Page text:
The 3rd Circuit Court of Appeals has vacated a judgment against the law firm of Pressler & Pressler, which had been sued for the manner in which the firm filed suits against individuals with defaulted debts.
The case, Bock v. Pressler & Pressler, is considered to have far-reaching implications for the collections industry. It has been remanded back to the U.S. District Court for the District of New Jersey to determine whether the plaintiff has standing to file the suit against the law firm.
Originally, the plaintiff was sued by the law firm for a defaulted debt. A settlement was reached, but then the plaintiff filed a suit against the firm, alleging that the attorney in charge of the plaintiff’s case did not conduct a meaningful review of his account before making the decision to file a lawsuit. The attorney for Pressler admitted that he spent about “four seconds” reviewing the account before moving forward with the lawsuit.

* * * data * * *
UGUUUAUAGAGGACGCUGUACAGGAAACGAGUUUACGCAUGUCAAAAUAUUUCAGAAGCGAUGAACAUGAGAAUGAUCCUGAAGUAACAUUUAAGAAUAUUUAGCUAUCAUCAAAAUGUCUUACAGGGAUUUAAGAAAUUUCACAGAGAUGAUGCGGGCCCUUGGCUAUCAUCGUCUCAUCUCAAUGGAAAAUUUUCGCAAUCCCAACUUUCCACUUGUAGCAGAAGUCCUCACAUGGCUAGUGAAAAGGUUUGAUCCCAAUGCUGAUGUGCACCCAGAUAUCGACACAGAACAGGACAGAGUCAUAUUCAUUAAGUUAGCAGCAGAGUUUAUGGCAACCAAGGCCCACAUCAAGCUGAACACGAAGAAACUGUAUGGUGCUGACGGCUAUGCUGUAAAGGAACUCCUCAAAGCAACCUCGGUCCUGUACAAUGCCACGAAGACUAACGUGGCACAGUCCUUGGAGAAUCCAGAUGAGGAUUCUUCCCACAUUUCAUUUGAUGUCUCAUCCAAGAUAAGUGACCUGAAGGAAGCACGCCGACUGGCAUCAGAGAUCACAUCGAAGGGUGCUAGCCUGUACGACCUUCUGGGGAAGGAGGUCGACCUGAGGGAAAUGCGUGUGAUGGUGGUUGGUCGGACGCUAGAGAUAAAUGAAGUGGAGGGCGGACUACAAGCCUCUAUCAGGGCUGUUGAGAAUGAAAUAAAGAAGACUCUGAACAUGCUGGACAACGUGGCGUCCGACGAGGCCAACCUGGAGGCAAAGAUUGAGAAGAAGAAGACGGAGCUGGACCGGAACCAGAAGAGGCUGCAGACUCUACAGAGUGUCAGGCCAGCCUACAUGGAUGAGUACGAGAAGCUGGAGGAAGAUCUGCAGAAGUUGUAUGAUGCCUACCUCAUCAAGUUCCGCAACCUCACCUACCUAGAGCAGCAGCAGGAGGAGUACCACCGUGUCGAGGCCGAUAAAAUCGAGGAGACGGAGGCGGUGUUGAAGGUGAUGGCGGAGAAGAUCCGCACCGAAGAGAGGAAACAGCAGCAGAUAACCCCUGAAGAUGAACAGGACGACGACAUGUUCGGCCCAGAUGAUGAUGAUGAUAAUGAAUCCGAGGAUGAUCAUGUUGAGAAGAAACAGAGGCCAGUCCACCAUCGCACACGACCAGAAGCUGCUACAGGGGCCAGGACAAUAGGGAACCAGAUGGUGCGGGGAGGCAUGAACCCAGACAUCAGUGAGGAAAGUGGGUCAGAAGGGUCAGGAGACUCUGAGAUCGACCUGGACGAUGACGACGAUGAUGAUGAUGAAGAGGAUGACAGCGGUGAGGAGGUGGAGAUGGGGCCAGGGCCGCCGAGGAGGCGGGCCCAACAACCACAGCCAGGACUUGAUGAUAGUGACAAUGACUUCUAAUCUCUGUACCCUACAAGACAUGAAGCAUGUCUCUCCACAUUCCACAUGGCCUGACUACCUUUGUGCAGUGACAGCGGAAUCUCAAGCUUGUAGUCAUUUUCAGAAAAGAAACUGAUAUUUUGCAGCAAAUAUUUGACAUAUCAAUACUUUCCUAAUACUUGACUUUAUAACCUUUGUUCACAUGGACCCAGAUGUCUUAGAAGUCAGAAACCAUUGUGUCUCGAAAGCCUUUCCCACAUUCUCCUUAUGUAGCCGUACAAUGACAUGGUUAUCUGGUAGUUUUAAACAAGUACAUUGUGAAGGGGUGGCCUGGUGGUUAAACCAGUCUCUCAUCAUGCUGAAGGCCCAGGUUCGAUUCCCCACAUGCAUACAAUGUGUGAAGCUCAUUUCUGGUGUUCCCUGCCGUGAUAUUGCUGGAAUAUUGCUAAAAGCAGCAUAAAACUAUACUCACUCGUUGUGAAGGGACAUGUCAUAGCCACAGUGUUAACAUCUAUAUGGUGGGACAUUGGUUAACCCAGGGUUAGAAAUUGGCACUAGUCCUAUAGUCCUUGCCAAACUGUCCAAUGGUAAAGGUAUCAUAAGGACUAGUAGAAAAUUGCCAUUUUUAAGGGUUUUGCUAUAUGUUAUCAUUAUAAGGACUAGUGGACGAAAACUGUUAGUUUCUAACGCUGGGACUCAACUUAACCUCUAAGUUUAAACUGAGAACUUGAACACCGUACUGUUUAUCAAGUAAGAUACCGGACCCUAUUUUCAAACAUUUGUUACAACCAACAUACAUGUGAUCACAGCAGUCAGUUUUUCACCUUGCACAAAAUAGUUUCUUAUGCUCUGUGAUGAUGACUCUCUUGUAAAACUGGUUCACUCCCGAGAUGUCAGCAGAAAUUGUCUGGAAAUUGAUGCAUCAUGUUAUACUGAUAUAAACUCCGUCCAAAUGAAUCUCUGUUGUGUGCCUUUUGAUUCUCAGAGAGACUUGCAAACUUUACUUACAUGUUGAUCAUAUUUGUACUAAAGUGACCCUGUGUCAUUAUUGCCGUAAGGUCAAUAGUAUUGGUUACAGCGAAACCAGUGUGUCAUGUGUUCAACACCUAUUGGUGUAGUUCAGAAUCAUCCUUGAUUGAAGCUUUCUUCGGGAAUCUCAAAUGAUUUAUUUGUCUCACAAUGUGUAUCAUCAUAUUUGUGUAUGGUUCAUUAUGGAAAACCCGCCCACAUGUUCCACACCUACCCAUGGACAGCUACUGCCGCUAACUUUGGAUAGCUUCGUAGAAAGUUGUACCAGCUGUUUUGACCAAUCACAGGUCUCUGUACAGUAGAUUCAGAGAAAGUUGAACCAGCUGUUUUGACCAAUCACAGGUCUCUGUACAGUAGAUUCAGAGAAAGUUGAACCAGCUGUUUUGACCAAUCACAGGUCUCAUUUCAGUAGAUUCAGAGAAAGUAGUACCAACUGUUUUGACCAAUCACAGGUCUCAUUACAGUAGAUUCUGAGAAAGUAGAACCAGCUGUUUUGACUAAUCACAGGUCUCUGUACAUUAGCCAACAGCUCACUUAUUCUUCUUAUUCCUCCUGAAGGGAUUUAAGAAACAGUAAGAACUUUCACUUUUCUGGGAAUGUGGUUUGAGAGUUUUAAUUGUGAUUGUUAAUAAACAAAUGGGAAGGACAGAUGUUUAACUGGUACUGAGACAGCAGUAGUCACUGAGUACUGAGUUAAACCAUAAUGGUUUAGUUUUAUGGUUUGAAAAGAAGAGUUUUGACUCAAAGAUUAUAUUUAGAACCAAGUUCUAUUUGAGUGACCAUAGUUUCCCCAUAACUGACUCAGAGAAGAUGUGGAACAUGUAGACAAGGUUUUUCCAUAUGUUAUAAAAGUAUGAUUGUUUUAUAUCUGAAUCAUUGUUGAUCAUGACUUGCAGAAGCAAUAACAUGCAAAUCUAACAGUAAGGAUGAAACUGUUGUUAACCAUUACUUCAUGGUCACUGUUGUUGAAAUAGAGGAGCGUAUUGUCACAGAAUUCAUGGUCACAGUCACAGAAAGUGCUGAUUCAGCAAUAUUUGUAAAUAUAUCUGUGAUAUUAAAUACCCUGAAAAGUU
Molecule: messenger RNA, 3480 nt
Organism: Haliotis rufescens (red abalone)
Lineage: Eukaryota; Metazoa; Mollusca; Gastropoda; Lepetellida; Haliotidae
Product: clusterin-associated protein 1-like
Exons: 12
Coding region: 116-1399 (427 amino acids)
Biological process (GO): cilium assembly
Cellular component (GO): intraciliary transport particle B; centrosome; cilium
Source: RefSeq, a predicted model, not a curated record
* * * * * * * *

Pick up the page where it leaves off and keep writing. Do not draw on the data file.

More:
The appeals court, however, looked to the Supreme Court decision in Spokeo v. Robins in rendering its decision. In Spokeo, the Supreme Court ruled that a lawsuit should not move forward unless the plaintiff suffers “concrete” damage. Short of suffering actual harm, there really is no reason to file a lawsuit in federal court, the Supreme Court has ruled.
Since Bock suffered no real damage or injury in his case, the Appeals Court has ruled that the plaintiff’s standing to sue must be decided before the case can move forward. The case had been appealed to the Third Circuit prior to the Spokeo ruling being issued earlier this year.
Manny Newburger of Barron & Newburger represented Pressler in its appeal. A number of groups, including the Consumer Financial Protection Bureau, had filed amicus briefs supporting the plaintiff.